Mundo gave him an intense look. “So are you saying it’s impossible?”
“Think carefully,” Elissa added.
Banquo stared at the floor. “Of course not, Your Excellency. I’m only advising caution.” He shifted from one foot to the other. “May I be excused, Madame?”
Elissa dismissed him with a wave of her hand and turned her attention to Mundo. Neither leader noticed the way Banquo caught Cassie’s eye as he backed out of the Imperial Presence. A few minutes later, Cassie excused herself, claiming she needed to use the toilet. She found Banquo waiting for her in the tunnel of velvet drapes, and followed him to a dark corner beside an iron ladder that reached into a great dark space overhead.
“What is it?” Cassie asked as he fumbled in a pocket.
Banquo withdrew a small box and pressed it into her hand. “He said to tell you he loves you.”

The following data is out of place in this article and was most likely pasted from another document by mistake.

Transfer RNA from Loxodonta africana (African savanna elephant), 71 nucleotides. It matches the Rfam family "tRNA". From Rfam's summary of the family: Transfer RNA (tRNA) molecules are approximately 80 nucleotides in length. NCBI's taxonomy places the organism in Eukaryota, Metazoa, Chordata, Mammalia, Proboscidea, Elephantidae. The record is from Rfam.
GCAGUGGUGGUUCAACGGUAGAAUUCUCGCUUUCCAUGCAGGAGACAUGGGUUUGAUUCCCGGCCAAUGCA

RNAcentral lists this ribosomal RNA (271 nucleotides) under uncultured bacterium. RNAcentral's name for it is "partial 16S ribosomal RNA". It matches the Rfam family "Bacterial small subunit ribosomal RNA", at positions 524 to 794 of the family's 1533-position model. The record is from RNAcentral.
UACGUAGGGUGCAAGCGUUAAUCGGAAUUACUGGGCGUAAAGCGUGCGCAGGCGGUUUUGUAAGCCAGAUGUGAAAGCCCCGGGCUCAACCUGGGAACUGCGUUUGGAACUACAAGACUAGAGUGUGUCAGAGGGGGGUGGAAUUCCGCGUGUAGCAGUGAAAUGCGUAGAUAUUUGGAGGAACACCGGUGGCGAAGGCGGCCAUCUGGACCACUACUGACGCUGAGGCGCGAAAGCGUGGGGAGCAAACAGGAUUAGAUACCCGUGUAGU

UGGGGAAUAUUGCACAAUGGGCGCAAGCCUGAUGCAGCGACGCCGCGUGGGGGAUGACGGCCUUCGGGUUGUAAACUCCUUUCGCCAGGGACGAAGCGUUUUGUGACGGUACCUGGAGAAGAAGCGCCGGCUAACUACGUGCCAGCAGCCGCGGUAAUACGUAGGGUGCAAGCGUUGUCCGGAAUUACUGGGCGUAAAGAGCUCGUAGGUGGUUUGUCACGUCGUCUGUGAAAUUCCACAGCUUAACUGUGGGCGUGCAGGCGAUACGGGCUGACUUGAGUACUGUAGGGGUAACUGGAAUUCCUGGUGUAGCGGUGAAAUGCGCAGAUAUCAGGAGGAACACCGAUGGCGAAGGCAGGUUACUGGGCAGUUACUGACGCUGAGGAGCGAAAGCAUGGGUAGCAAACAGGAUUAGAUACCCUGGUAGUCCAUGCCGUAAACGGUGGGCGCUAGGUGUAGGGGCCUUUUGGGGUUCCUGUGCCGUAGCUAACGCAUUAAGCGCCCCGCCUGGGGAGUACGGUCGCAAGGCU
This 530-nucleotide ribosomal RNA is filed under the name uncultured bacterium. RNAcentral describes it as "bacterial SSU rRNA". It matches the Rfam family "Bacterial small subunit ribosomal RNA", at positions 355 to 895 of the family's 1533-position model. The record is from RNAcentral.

She shook her head. “If he’s staying of his own free will, he doesn’t love me, and I can’t love him after the things he’s done.”
“Cassie.” He grabbed her hand and held it tight, no longer the nervous weakling of a few minutes ago. “I know you don’t know me, but trust me that nothing is how it looks. We need to have faith. Everything depends on it.”
He dropped her hand and slipped into the shadows, leaving her alone with her flashlight, the gift, and her conflicted feelings. She sat on the floor with her back to the wall, and opened the box. Inside, glittering like a private star, was a diamond ring.
EXCERPT FROM CASSIE’S JOURNAL:
Battle preparations have begun and everyone is being mobilized. Those who can fight, train. Everyone else is being taught to spy, run messages, or do first aid. Meetings take place all day and often late into the night. Sometimes the meetings are here on the patio deck, other times Mundo and some of his guards and advisors sneak out in disguise to meet at the other groups’ locations.